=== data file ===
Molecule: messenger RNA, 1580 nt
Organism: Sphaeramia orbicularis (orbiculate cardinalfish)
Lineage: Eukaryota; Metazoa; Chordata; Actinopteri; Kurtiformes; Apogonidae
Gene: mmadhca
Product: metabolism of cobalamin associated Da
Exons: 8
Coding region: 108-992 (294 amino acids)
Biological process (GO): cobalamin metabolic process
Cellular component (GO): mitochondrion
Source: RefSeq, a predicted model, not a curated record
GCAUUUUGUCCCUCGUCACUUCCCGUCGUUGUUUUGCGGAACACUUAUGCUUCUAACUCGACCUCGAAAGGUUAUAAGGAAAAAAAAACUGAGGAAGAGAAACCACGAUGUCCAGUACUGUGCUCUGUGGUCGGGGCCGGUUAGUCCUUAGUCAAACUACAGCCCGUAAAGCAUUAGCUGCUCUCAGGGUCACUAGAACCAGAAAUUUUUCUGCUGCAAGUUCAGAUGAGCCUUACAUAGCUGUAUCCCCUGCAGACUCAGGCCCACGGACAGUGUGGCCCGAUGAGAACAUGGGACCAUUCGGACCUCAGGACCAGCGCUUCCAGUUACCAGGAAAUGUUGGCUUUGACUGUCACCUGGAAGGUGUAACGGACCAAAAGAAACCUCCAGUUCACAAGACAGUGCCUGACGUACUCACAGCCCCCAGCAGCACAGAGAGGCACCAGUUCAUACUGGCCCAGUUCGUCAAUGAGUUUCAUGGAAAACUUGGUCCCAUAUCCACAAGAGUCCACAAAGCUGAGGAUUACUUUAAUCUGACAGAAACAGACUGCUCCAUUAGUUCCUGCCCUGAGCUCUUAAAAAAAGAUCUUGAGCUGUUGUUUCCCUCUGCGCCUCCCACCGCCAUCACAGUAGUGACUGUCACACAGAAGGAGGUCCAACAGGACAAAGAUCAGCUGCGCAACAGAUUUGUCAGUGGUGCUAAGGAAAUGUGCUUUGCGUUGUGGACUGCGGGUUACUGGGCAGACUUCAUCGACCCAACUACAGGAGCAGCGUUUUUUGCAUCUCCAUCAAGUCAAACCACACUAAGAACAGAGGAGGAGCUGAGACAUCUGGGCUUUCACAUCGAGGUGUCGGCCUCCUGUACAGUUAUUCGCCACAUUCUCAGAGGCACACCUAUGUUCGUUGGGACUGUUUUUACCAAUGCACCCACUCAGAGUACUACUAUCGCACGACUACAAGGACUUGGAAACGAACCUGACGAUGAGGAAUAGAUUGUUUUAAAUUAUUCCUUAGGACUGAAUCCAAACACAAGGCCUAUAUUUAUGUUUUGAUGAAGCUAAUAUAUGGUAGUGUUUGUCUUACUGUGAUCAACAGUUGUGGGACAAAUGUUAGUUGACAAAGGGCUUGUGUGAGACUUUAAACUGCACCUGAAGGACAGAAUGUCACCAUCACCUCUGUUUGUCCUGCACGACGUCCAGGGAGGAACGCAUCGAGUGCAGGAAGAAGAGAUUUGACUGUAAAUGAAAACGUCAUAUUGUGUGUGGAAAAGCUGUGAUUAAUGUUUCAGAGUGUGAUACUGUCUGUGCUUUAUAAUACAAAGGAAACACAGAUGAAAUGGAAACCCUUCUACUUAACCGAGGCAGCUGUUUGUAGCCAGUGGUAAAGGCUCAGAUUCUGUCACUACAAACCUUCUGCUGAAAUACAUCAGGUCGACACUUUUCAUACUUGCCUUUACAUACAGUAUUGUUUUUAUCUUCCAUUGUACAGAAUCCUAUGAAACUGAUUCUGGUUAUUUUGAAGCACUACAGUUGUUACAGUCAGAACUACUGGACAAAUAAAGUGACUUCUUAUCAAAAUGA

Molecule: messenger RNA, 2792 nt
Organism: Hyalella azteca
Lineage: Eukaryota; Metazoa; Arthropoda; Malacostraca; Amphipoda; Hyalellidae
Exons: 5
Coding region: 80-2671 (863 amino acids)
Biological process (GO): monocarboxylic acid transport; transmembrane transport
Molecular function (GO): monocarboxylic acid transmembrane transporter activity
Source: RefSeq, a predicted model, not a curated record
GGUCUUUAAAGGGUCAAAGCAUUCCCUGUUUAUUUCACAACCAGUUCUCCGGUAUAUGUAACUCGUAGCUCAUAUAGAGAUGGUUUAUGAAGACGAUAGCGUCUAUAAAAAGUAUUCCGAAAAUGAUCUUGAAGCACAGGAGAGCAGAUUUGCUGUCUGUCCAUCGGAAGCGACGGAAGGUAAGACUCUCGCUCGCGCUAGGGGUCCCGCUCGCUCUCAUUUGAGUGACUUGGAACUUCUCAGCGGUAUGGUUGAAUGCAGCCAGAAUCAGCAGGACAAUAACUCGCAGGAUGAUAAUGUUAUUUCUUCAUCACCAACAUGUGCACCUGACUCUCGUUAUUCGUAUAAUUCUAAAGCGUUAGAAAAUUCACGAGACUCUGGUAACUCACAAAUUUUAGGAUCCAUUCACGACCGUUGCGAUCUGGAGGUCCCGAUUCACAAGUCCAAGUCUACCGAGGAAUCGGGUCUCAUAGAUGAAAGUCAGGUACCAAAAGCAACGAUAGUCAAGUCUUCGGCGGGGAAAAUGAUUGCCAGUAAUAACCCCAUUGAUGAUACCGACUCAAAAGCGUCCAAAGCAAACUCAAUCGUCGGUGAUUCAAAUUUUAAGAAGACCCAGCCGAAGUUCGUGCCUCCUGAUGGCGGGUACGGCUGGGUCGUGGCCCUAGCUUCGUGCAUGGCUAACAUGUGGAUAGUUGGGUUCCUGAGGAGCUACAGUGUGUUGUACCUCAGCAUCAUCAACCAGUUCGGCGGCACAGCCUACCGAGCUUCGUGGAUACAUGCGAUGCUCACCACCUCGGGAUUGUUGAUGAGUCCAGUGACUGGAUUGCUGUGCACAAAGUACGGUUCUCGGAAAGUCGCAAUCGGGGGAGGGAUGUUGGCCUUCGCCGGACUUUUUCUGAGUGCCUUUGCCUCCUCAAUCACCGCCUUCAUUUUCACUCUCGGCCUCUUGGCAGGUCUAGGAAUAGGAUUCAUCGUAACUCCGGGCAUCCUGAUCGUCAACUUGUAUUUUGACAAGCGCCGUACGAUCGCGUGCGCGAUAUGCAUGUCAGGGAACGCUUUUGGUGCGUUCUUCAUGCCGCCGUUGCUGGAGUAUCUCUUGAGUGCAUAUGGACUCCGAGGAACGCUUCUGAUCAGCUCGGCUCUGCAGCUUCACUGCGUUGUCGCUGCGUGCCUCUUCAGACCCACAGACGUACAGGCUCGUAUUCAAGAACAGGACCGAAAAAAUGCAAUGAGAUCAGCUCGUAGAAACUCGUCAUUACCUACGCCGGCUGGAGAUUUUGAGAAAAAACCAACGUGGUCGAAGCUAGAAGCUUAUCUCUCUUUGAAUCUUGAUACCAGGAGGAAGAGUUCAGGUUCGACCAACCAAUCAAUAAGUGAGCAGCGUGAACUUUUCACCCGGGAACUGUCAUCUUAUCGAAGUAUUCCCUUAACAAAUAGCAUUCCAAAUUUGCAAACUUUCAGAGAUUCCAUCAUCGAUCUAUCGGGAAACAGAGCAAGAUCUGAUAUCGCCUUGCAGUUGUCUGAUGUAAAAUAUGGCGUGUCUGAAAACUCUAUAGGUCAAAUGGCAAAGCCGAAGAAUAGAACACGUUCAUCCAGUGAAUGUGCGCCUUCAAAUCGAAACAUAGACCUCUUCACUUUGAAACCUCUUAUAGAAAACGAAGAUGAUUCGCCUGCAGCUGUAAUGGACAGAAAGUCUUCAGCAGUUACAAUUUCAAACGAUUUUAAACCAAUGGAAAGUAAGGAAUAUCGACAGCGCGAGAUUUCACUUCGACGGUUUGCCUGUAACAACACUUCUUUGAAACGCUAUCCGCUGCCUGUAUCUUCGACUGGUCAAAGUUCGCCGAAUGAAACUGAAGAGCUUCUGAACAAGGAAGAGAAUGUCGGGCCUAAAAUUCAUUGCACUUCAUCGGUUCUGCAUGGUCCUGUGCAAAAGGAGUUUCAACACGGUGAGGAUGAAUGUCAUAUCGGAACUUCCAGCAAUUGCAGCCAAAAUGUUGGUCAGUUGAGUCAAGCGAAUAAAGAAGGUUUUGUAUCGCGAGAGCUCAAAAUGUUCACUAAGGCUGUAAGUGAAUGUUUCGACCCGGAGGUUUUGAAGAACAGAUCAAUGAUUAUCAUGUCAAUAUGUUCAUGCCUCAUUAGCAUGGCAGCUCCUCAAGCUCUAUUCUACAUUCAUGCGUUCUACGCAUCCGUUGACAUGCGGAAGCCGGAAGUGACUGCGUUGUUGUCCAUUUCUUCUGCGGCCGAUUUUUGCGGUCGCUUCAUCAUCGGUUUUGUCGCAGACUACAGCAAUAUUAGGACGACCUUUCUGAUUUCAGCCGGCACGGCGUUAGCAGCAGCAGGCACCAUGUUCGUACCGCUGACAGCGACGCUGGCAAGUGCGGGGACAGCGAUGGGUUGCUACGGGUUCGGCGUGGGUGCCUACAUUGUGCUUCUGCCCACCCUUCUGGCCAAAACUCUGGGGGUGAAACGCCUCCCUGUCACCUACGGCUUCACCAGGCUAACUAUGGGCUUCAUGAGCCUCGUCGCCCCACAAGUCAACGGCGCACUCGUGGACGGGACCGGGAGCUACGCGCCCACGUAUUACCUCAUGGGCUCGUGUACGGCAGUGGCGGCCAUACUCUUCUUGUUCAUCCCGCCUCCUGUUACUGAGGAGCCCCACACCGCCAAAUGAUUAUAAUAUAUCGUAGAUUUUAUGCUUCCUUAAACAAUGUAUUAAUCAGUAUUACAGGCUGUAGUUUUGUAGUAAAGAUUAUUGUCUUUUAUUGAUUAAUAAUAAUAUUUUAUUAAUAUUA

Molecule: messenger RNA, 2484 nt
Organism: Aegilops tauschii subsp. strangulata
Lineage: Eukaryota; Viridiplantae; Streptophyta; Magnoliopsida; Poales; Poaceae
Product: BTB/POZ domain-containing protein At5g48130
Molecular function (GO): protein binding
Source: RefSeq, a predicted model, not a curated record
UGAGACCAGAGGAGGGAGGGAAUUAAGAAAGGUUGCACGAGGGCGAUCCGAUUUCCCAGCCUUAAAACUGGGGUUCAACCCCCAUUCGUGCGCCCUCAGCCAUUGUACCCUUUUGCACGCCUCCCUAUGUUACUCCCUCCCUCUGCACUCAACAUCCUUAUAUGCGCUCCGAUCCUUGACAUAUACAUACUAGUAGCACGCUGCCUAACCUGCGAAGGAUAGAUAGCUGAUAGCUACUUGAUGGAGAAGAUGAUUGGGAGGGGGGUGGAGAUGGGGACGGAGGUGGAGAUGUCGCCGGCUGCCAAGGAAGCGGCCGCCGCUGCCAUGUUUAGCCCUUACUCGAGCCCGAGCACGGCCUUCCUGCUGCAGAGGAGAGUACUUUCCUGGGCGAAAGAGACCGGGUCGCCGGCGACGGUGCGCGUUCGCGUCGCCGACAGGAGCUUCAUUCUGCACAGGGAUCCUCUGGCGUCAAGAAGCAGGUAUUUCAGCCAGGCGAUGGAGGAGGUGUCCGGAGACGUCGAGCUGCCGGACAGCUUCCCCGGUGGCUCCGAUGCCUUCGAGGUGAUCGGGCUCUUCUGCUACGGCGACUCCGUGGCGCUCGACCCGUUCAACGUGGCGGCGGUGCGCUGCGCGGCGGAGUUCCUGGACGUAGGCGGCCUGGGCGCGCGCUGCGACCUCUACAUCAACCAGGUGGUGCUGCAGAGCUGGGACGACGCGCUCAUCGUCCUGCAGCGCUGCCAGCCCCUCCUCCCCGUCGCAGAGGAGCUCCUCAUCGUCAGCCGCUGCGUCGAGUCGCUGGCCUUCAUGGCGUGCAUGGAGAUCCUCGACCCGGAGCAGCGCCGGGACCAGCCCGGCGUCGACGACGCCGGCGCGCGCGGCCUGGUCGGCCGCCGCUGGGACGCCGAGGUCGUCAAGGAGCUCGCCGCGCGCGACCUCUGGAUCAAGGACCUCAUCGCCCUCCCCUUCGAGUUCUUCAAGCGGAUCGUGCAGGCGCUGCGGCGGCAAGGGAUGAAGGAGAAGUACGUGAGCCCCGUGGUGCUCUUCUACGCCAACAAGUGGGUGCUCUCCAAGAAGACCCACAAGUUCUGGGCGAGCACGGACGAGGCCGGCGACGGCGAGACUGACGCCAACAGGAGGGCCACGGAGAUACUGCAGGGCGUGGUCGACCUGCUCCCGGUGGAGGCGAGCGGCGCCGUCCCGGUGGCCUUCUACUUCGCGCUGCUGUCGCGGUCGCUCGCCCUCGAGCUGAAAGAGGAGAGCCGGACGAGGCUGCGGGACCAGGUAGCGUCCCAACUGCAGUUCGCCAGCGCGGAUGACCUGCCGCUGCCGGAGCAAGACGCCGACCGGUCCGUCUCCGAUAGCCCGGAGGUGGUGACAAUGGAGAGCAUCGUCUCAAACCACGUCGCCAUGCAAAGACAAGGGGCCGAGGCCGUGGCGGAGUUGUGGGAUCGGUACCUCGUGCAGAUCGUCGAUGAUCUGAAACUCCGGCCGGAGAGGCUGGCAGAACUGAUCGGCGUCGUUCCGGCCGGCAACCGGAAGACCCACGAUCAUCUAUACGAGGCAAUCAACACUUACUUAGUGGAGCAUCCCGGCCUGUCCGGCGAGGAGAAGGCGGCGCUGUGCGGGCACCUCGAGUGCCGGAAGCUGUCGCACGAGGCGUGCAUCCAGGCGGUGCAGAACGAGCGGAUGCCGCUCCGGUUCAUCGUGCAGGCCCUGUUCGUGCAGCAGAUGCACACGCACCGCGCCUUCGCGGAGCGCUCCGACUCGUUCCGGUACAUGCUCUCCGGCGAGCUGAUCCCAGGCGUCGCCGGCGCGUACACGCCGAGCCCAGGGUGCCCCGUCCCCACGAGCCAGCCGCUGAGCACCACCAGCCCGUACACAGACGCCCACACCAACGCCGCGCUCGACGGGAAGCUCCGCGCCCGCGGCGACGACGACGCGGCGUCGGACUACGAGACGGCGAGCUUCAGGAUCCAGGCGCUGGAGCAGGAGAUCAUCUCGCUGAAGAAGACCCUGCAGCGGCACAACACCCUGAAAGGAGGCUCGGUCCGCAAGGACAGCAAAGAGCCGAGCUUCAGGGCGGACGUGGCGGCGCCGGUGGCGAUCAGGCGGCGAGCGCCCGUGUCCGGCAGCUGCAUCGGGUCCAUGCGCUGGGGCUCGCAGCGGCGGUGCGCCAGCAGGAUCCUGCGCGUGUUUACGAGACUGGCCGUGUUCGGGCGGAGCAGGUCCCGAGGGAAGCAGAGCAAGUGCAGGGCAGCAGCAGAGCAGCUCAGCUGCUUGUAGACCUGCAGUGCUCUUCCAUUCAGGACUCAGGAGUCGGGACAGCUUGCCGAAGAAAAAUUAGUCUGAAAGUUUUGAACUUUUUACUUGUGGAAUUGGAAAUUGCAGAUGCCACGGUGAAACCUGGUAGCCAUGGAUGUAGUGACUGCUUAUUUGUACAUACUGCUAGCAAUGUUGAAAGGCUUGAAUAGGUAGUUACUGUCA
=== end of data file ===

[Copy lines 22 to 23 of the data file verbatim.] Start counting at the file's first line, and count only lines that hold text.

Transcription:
Organism: Aegilops tauschii subsp. strangulata
Lineage: Eukaryota; Viridiplantae; Streptophyta; Magnoliopsida; Poales; Poaceae